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Wednesday, April 08, 2020

LSAT, GRE, & Law Schools in Crisis: We told you so

Warning: There is some grumpiness in this post, but I hope it won't conceal an important point.

In the summer of 2018, the ABA House of Delegates had before it a thoughtful proposal from the Section of Legal Education which proposed removing the requirement of an admissions test for law school admissions.  Law schools, the Section insisted, could be trusted to develop coherent, evidence-based admissions criteria, including the LSAT, the GRE, or another test entirely.  As the Law School Admissions Council had become over the years a de facto monopoly on the testing business with the LSAT, the case for flexibility and local knowledge was ever growing.  Moreover, slavish commitment to the LSAT was harming diversity goals, by creating an anachronistic barrier to entry.  Finally, the haze of quantification embedded in an LSAT score added fuel to the baleful rankings fire.  

But a peculiar thing happened on the road to this brave new world.  The LSAC, under the politically shrewd (and quite capable in myriad other ways) new leader, Kellye Testy, hit back hard on these efforts, working with stakeholder groups within the ABA and also with the media to tell a story -- a fabulist story -- that painted a world in which law schools would utterly abandon standards of quality to grab anyone with a pulse.  Moreover, and this is really strange, Kellye, her board, and other troops she could call upon as the CEO of her large organization argued that diversity goals would be seriously undermined by this effort.  Pause for a moment on that one: We know that standardized testing has long been used as a gatekeeping mechanism to keep persons of color from accessing our universities and law schools and, likewise, we know that USNews rankings has that consequence. Yet groups within the ABA devoted to advancing diversity in the legal profession became persuaded that the Section's proposal was a trojan horse of sorts, one that would damage law school diversity by removing the requirement that the LSAT be used.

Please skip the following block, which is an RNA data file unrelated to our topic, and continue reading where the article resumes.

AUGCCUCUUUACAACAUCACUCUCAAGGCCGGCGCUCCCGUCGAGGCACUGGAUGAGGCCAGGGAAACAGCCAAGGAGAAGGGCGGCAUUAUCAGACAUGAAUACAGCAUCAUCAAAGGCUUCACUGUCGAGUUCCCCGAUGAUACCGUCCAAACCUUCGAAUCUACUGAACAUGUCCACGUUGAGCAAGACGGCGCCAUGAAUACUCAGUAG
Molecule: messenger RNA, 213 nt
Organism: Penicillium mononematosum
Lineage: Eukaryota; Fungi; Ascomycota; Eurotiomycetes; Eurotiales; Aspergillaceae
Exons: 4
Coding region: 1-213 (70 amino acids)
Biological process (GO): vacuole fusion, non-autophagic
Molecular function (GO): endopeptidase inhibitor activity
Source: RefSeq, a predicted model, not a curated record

The political effort to preserve the LSAT and therefore the Law School Admissions Council's principal revenue source was successful, and the proposal, quite likely to be defeated, was withdrawn at the last minute.  Neither of the two Legal Education Section delegates were even willing to speak in its favor at the House of Delegates meeting.  

Regrettably, precious few law school deans or other legal educators spoke out in favor of this proposal. At the time the dean of Northwestern and the chair of the AALS deans steering committee, I was a vocal advocate, writing and speaking in its favor before and during the ABA meeting. But this was mostly a lonely endeavor.  The vast majority of deans either could not be bothered to voice their support in key venues or, perhaps worse, feared the wrath of the LSAC (or else the resources that LSAC leadership none-too-subtly noted were provided to law schools as part of their admission efforts).  So, basically Barry Currier, me, and a tiny handful of others.  We were no match for Kellye and LSAC.  The LSAC won this important battle and, to the victors go the spoils.